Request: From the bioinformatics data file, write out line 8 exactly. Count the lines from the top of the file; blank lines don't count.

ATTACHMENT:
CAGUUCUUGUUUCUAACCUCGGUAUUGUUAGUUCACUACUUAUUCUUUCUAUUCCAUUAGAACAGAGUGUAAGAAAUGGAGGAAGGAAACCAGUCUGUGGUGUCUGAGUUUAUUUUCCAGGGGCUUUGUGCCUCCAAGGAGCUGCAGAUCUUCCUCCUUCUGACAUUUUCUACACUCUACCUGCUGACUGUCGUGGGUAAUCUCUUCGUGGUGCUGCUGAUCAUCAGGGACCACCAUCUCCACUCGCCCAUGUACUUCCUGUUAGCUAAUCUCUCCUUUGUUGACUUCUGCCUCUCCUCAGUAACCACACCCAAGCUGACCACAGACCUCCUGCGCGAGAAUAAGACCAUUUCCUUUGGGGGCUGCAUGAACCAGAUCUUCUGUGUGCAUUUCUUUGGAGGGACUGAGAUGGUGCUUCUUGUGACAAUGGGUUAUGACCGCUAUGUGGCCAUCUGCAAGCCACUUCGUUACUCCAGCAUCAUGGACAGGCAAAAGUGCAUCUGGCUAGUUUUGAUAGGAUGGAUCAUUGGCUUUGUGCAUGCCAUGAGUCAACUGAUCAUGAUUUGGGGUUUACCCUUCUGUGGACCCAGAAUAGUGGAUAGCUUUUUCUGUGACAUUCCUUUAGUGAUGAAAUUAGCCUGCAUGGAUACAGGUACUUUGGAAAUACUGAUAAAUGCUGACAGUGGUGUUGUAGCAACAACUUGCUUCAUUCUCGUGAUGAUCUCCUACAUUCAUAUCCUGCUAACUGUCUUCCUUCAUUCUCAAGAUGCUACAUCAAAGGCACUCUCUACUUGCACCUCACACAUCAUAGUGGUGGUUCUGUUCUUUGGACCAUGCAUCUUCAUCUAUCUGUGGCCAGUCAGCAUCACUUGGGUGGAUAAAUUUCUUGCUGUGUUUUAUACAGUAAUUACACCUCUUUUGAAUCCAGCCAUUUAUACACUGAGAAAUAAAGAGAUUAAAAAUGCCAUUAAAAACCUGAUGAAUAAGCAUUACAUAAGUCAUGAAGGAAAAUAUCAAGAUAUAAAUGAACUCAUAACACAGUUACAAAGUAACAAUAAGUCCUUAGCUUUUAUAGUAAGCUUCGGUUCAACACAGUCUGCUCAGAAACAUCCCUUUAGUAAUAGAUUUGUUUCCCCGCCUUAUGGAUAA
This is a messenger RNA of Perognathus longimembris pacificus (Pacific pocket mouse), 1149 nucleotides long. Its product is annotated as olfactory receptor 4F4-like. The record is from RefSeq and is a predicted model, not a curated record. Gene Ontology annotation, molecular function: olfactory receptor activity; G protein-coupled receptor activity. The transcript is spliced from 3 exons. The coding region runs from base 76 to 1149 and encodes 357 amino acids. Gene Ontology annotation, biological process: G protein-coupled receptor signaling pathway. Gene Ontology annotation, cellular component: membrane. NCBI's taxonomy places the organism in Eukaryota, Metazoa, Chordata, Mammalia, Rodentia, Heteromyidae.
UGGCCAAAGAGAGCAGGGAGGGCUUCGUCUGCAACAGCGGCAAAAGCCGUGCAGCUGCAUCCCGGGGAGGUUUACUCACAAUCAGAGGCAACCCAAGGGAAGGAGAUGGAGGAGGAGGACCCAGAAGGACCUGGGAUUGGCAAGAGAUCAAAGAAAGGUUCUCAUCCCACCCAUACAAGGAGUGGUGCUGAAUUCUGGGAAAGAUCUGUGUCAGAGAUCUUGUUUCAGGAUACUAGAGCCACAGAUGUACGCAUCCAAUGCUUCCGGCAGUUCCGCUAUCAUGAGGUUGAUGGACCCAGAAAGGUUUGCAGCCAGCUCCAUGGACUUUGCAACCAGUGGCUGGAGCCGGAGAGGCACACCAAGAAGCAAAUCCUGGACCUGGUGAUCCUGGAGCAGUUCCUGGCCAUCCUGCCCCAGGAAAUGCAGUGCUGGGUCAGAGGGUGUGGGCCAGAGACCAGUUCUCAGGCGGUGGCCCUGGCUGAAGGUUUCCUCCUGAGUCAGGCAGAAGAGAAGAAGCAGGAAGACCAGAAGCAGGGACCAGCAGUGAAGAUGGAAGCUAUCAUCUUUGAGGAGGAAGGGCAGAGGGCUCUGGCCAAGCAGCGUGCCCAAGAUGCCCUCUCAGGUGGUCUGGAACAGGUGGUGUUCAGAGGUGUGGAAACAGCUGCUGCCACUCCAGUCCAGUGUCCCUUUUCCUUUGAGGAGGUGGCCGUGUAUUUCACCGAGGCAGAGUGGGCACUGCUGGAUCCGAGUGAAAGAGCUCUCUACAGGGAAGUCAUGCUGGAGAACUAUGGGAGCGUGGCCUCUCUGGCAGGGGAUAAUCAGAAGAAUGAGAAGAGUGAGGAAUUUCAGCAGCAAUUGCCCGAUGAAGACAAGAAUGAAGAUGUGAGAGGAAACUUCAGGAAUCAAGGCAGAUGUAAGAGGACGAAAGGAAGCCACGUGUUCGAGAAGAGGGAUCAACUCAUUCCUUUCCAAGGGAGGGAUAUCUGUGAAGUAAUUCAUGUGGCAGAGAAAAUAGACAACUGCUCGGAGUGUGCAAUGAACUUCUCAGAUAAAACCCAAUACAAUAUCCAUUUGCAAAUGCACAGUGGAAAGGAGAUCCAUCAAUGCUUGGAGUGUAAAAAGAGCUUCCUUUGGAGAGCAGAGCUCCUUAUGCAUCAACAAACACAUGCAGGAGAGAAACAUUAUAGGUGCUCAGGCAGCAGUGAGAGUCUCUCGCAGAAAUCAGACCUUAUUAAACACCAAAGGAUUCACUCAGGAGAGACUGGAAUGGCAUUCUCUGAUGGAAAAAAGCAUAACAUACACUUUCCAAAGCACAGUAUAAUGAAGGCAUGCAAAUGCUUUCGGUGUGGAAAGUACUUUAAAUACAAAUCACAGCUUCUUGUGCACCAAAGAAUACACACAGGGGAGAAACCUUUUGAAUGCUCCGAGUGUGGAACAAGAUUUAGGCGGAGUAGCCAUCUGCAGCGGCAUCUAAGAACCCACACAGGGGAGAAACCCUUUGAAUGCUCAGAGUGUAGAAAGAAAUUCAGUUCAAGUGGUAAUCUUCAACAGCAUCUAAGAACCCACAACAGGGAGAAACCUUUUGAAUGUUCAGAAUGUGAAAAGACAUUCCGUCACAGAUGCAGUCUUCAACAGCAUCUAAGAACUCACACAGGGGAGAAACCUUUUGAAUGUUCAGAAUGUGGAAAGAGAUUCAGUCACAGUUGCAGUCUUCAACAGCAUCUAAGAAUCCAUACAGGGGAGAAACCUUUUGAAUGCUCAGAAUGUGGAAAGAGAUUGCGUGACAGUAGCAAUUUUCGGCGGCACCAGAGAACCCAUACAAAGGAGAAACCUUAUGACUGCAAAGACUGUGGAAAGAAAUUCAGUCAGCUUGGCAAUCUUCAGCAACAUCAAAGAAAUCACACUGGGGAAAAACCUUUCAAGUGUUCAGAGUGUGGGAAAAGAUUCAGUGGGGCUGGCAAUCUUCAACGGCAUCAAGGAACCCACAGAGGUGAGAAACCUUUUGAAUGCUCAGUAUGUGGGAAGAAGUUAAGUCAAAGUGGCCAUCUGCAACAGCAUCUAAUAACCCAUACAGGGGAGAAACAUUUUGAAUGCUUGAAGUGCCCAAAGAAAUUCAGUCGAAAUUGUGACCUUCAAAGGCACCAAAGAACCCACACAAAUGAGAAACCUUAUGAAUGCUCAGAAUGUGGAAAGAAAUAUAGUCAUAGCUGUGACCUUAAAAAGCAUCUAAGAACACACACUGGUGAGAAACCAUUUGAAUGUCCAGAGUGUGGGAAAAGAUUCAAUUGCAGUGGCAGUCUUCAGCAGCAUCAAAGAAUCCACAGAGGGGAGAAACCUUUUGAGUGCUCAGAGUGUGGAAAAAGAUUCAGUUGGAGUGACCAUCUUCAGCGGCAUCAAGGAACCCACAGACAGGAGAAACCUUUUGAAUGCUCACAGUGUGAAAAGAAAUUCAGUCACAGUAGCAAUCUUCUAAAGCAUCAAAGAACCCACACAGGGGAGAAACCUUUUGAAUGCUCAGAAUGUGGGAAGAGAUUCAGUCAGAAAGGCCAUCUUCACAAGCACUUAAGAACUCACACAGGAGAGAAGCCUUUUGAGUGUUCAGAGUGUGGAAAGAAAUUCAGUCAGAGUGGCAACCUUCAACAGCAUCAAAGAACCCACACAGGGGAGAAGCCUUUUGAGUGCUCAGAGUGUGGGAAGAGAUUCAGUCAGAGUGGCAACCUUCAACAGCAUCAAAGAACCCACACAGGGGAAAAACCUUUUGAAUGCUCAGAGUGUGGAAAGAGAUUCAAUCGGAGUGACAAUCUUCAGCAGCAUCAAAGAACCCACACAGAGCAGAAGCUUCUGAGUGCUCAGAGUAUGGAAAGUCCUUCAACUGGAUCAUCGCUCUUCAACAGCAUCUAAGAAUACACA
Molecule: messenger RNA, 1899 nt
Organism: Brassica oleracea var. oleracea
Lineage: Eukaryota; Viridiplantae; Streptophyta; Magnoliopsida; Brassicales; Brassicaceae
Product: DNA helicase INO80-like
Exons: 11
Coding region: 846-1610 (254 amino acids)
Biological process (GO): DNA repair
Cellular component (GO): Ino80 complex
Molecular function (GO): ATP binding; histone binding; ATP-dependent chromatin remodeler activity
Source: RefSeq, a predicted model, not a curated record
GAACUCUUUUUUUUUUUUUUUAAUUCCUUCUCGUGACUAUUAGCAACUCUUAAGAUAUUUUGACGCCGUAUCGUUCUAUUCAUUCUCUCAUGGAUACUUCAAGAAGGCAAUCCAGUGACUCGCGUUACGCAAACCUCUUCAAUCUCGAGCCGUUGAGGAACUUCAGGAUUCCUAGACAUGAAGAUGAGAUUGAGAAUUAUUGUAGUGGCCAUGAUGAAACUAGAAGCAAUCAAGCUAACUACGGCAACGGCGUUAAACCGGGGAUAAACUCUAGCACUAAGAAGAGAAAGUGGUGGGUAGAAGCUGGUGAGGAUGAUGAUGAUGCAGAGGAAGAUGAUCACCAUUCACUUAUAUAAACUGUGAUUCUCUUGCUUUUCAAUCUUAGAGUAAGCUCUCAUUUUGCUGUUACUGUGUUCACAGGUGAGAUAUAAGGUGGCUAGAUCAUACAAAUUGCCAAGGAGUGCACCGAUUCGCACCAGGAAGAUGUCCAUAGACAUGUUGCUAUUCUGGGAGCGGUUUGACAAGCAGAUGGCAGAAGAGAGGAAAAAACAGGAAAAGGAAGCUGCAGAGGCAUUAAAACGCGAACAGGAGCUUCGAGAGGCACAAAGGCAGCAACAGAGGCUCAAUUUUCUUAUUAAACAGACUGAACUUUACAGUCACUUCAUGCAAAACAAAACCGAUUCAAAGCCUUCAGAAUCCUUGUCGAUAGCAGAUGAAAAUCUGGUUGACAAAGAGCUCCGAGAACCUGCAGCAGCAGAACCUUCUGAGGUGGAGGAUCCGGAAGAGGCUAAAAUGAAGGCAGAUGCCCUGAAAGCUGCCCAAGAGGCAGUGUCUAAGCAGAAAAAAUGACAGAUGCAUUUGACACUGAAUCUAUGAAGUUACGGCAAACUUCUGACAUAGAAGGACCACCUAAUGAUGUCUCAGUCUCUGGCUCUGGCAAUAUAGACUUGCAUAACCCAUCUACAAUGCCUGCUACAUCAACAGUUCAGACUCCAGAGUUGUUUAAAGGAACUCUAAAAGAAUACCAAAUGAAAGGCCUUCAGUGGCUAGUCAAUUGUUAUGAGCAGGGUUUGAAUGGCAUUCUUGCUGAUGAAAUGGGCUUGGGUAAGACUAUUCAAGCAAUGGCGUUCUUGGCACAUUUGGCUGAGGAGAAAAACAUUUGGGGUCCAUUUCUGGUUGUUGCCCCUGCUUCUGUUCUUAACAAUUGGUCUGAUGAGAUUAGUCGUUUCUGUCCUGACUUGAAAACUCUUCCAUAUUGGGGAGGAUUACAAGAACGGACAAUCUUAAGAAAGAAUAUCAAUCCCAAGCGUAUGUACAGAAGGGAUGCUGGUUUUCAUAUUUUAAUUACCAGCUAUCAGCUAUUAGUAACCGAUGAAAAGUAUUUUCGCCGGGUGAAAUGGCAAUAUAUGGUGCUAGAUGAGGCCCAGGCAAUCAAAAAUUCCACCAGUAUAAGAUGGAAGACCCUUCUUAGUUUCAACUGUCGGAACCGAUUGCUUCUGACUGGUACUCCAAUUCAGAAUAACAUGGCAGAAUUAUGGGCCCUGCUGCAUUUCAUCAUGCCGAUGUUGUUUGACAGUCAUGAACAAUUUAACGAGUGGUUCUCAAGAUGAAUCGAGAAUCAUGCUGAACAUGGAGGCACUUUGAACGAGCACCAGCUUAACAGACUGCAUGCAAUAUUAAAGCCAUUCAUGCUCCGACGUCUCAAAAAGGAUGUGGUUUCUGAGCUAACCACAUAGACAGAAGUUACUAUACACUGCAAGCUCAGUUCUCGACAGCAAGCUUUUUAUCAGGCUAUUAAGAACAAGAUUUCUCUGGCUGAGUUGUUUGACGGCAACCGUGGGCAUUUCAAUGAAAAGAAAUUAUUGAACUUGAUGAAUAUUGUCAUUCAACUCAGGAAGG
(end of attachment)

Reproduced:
Exons: 11